Waning tech boom apparent in posted salaries
Job postings in software development had been an exception to the pattern of weaker posted wage growth in occupations with stronger relative job seeker interest. As tech job postings surged in 2021 and 2022, posted salaries soared, with growth peaking at 10.1% year-over-year in May 2022. Software development job postings have dropped sharply since, and with it, advertised wage growth, which in May stood unchanged from a year earlier. Tech industry payrolls have held relatively steady during the sector’s recent turmoil, but weaker hiring appetite is probably hitting the salaries of new hires.
Cooler posted wage growth could translate to paychecks
Wage growth measured by Indeed job postings was a good predictor of year-over-year LFS average hourly earnings (adjusted for a changing jobs mix) during its acceleration between 2021 and 2022, typically with a two-to-three-month lead time. However, for most of 2023, posted wage growth has fallen back more than earnings growth. Nonetheless, the May LFS wage data came in softer than prior months, which could be a sign that pay growth will start easing, as we’ve seen with posted wages.
Wage growth stands at the intersection of two key questions facing the Canadian economy in 2023. First, will Canadian paychecks start catching up with the surge in the cost of living over the past two years? Second, how closely is the outlook for inflation tied to current levels of wage growth, and is a weaker labour market necessary for inflation to return to more normal levels?
Posted wage growth has decelerated since mid-2022 as Canadian job postings on Indeed have softened, though both remain above pre-pandemic levels. Meanwhile, unemployment has stayed low (a slight uptick in May notwithstanding) though this partly reflects exceptionally low layoff rates, which might be a lagging economic indicator.
Canada’s path to “immaculate disinflation” — lower inflation, rebounding real wages, and still low unemployment — remains a highwire act: still on track so far in 2023, but will it last? If hourly pay starts to cool like posted wage growth, inflation will have to slow even faster for paychecks to recoup lost purchasing power. In the background, Canada’s lethargic labour productivity growth amplifies the tension between wage growth and inflation, and could make it tough for real wages to get on a solid upward trajectory.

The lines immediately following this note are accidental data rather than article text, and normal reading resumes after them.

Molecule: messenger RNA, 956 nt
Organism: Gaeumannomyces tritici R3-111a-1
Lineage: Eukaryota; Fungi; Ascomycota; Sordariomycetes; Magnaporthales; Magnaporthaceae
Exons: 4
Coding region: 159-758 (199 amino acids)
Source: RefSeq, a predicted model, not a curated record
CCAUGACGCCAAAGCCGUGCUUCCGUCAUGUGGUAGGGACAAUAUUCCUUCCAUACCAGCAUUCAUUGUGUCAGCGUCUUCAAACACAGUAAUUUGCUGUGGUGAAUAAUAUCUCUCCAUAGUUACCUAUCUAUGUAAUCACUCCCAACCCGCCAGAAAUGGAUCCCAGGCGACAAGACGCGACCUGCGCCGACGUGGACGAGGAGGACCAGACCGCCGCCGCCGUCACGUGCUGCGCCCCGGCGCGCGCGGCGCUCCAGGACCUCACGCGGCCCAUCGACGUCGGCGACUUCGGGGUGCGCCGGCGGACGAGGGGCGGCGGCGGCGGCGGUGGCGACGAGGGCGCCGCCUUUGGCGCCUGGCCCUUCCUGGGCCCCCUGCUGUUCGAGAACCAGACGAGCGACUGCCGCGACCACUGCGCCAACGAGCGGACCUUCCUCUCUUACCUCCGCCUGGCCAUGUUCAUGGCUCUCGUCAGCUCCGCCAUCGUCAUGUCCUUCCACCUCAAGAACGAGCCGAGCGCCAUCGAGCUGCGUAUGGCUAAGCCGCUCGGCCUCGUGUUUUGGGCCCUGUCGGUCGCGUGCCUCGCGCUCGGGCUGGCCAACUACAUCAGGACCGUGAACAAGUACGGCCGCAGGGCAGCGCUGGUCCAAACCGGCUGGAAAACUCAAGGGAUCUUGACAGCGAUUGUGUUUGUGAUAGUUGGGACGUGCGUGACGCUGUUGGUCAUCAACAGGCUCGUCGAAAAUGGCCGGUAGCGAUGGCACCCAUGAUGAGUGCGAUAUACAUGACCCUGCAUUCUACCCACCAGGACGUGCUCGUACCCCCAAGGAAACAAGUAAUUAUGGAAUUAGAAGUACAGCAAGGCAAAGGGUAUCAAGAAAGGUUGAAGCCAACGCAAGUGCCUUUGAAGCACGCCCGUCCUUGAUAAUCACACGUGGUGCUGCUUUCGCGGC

All posted wage growth data in this post refers to the three-month trailing average of the year-over-year growth rate in average posted wages.
To calculate the average rate of posted wage growth, we follow an approach similar to the Atlanta Fed US Wage Growth Tracker, but we track jobs, not individuals. We begin by calculating the median posted wage for a given country, month, job title, region, and salary type (hourly, monthly, or annual). Within each country, we then calculate year-on-year wage growth for each job title-region-salary type combination, generating a monthly distribution. Our monthly measure of wage growth for the country is the median of that distribution. Alternative methodologies, such as the regression-based approaches in Marinescu & Wolthoff (2020) and Haefke et al. (2013), produce similar trends.
More information about the data and methodology is available in a research paper by Pawel Adrjan and Reamonn Lydon, Wage growth in Europe: evidence from job ads, published in the Central Bank of Ireland’s Economic Letter series.
The wage tiers of occupational categories are determined by ranking categories by the median wage advertised in the sector in 2019. The categories are then split into three tiers so each tier contains categories that covered one-third of job postings on Indeed on an average day in 2019. The average posted wage growth for each tier is a weighted mean of each category in the tier in which the weight is the number of salary or wage observations in the category that month.
In this post, we track how interest ratios — clicks-per-posting in various sectors relative to economy-wide clicks-per-posting — have changed since the start of the pandemic. Our list of sectors tracks different areas of the economy, grouped by related job titles. Data presented in the scatterplot are the annual average percent changes in the interest ratio in 2021 and 2022 compared with February 1, 2020, respectively.
To calculate fixed-weight wage growth in the LFS, we bucket LFS microdata for each of the 43 occupation groups into three levels of job tenure (6 months or less, 7 to 24 months, and 25 months and over), and recalculate headline average wages into a composition-adjusted measure by holding their respective weights constant at February 2020 levels.